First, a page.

A Latina resident of Phoenix stepped up to the microphone, her voice cracking, nearly tearful. “Why do they hate us?” she began. “That’s what my seven and eight-year-old niece and nephew—who have been in this country all their lives—ask me when they hear what people say about immigrants here in Arizona.” The woman spoke to Patchogue, NY Mayor Paul Pontieri in a packed theater in February, following a screening of Not In Our Town: Light in the Darkness. Pontieri was sharing his experience during the aftermath of the hate crime killing of Marcelo Lucero and attacks on local immigrants in 2008. He spoke with compassion and conviction about the need to dampen dehumanizing rhetoric against immigrants, most especially because of its effects on children and young people. Pontieri was formerly a middle school assistant principal.
By Paul Pontieri, Mayor, Incorporated Village of Patchogue Mayor Paul V. Pontieri At the 2011 Congress of Cities and Exposition in Phoenix, Mayor Paul Pontieri of Patchogue, N.Y., helped lead a workshop featuring segments from the PBS documentary Not In Our Town: Light in the Darkness, about the community response to an anti-immigrant hate crime killing in his town. The session, sponsored by NLC’s Municipal Action for Immigrant Integration program (MAII) launched a productive conversation with mayors and other city leaders about how to effectively address these complex challenges. Mayor Pontieri will appear at a film screening and discussion on February 8, 6:30 p.m. at Scottsdale Community College Performing Arts Center in Scottsdale, Ariz.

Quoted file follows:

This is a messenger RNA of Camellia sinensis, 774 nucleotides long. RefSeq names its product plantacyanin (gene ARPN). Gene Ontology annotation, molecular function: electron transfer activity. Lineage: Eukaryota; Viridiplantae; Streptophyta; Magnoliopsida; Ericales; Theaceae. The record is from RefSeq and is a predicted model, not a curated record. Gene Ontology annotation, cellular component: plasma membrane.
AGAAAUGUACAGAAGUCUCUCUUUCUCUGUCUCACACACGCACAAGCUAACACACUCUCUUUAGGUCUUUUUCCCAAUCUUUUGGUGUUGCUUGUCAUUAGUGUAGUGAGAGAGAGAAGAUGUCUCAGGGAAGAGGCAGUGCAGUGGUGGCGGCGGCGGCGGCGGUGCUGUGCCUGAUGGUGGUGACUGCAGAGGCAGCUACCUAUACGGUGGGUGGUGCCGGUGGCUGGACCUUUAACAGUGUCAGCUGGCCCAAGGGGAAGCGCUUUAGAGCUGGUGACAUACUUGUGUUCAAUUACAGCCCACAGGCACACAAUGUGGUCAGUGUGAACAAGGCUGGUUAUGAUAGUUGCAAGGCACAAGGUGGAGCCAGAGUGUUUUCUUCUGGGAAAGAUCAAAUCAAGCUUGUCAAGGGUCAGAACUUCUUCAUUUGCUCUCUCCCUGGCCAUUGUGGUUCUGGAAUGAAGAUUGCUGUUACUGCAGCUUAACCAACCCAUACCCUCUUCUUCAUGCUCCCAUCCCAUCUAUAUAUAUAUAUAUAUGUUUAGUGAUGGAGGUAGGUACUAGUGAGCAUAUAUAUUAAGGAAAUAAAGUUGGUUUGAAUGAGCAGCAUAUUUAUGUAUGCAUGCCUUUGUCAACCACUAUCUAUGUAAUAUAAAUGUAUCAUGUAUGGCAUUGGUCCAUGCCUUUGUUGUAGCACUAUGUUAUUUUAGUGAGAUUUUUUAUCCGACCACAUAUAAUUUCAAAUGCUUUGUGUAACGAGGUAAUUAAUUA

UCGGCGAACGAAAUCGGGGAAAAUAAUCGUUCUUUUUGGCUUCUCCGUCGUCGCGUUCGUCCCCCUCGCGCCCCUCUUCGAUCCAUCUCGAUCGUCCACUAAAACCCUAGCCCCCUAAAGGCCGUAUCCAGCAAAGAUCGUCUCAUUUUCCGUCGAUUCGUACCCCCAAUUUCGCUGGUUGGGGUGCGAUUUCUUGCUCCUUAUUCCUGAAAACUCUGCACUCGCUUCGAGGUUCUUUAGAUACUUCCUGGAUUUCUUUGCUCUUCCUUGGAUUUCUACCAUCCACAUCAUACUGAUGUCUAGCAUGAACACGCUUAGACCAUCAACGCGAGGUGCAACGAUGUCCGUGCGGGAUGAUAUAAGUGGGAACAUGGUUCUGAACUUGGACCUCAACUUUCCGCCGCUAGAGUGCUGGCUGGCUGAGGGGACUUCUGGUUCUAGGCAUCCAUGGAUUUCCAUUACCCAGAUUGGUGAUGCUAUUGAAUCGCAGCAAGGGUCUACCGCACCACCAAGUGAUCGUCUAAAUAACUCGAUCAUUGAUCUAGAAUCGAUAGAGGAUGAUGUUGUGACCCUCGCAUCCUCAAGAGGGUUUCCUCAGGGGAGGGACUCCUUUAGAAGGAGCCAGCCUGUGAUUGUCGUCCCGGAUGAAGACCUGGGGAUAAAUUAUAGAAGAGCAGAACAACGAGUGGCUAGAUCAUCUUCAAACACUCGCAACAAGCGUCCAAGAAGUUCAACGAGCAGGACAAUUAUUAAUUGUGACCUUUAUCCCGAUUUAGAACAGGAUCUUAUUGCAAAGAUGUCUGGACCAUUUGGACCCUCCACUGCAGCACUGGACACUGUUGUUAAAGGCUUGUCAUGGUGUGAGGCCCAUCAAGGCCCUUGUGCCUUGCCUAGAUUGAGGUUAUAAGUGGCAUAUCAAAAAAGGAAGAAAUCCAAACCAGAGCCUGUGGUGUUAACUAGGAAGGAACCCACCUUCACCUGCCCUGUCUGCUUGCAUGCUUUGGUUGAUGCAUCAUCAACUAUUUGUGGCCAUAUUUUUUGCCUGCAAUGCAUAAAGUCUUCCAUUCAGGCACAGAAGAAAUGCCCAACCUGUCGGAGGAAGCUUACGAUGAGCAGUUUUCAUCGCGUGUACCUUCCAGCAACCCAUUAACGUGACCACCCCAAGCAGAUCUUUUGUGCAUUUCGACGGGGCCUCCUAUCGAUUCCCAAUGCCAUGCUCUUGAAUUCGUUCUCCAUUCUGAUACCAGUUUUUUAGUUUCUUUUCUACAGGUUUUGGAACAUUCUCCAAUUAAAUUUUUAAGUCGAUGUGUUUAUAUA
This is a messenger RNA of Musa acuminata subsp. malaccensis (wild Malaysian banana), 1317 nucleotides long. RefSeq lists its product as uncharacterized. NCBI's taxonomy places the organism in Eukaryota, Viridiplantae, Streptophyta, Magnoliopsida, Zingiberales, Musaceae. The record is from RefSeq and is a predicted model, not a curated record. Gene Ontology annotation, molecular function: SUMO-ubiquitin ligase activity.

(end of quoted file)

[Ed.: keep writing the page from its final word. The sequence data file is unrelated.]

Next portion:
On the day of broadcast, we share with you a video extra featuring Patchogue Mayor Paul Pontieri. Patchogue, New York Mayor Paul Pontieri reflects on his family's history of immigration, his love of his hometown, and how his life has influenced his policy of inclusion for all Patchogue residents.
Released today! In Not In Our Town: Light In the Darkness, the Patchogue-Medford Library plays a pivotal role as a safe haven for the local immigrant community. In Fall 2008, librarian Jean Kaleda and librarian assistant Gilda Ramos learned that people were afraid to attend evening ESL classes at the library for fear of being attacked while walking the streets at night. The librarians were in the process of organizing a public meeting with local officials to address their concerns. A week later, Marcelo Lucero was murdered and the library became a place for healing and dialogue. Spanish-speaking police officers, Patchogue Mayor Paul Pontieri, and local leaders met with community members to address the concerns of the Latino population in Patchogue. A group of quilters worked in the basement of the library as they stitched "Healing Hands, Mending Hearts," a quilt they later presented to Joselo Lucero, Marcelo's brother.
Tragedy Shapes Community Leadership Joselo Lucero never imagined that he would become a spokesperson and a symbol for community safety and immigrants’ rights. As he spoke Saturday night before the crowd gathered at the site of his brother’s murder one year earlier, the hundreds who had gathered despite inclement weather stood rapt.